During scaled hydraulic fracturing experiments in our laboratory, the fracture growth process is monitored in a time-lapse experiment with ultrasonic waves. We observe dispersion of compressional waves that have propagated across the hydraulic fracture. This dispersion appears to be related to the width of the hydraulic fracture. This means that we can apply the dispersion measurements to monitor the width of the hydraulic fracture in an indirect manner. For a direct determination of the width, the resolution of the signal is required to distinguish the reflections that are related with two distinct fluid/solid interfaces delimiting the hydraulic fracture from its solid embedding. To make this distinction, the solid/fluid interfaces must be separated at least one eighth of a wavelength and represent sufficient impedance contrast. The applicability of the indirect dispersion measurement method however, extends to a fracture width that is in the order of 1% of the incident wavelength. The time-lapse ultrasonic measurements allow us to relate the small difference in arrival time and amplitude between two measurements solely to the small changes in the width of the fracture.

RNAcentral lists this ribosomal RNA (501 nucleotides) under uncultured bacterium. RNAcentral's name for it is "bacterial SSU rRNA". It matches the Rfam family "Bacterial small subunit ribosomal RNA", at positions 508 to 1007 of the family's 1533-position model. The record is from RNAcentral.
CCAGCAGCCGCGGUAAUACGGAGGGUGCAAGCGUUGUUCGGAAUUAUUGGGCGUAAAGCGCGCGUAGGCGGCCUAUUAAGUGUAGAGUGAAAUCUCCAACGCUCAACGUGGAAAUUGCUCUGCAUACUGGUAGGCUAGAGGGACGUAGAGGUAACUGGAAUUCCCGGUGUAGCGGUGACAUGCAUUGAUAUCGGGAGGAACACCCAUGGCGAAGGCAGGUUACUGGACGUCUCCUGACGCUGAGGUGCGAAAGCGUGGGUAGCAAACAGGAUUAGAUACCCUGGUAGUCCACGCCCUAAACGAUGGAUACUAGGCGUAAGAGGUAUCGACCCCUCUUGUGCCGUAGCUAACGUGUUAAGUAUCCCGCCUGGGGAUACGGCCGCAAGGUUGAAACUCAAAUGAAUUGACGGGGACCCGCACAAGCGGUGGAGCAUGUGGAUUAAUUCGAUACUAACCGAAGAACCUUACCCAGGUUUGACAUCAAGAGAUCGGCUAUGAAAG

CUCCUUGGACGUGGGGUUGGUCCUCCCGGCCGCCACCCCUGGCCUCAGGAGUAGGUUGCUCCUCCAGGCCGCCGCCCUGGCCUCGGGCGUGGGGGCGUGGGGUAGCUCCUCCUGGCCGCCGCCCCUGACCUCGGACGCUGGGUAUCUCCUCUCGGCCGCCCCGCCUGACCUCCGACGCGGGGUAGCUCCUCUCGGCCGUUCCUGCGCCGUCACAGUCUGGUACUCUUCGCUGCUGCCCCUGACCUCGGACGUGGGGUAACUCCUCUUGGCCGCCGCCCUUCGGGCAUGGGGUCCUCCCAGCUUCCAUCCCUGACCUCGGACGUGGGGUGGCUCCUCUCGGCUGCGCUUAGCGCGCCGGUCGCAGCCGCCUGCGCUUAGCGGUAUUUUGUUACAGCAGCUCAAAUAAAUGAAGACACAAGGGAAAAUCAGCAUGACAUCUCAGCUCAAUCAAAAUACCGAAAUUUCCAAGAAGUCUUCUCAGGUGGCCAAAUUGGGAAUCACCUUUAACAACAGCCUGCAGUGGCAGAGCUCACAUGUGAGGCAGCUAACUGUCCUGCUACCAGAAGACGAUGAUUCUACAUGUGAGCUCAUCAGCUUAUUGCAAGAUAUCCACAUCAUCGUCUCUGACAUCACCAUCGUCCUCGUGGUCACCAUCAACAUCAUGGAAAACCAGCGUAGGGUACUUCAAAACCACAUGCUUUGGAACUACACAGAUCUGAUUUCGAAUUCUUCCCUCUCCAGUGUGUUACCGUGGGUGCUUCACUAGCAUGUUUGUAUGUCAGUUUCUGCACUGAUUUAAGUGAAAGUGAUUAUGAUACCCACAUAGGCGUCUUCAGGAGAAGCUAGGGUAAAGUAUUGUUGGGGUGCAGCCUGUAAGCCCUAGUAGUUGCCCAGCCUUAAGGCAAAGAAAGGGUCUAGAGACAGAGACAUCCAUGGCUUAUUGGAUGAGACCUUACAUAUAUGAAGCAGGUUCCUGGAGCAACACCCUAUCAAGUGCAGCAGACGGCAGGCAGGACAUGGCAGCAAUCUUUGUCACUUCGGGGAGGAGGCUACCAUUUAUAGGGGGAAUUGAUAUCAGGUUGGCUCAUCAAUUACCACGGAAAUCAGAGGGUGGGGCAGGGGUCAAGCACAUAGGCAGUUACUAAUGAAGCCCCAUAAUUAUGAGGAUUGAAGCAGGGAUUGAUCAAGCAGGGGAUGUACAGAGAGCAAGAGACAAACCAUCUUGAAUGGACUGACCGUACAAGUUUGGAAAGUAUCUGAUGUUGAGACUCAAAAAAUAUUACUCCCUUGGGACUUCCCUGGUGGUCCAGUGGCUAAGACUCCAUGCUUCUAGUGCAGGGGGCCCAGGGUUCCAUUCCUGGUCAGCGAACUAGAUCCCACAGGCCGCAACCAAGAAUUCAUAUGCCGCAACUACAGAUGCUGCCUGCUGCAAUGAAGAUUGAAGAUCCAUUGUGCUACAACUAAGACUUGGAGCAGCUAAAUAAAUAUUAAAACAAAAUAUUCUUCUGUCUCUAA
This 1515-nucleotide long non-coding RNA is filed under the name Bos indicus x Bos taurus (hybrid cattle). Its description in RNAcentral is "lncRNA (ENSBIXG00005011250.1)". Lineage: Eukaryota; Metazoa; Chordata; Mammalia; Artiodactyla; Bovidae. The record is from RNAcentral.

Additional experimental data show that shear waves are completely shadowed by hydraulic fractures, indicating that there is no acoustic contact mechanism at the fracture interface. Therefore we think it is appropriate to use a thin fluid-filled layer model for these hydraulic fractures instead of the standard empirically oriented linear slip model. Nevertheless, the thin layer model is consistent with the linear-slip model, if interpreted correctly.
A comparison of width measurements inside the wellbore and width estimates by means of dispersion measurements close to the wellbore shows that the method can be successfully applied, at least under laboratory conditions, and that small changes in the width of the fracture are directly expressed in the dispersion of the transmitted signal. This opens the way for the important new application of width monitoring of hydraulic fractures.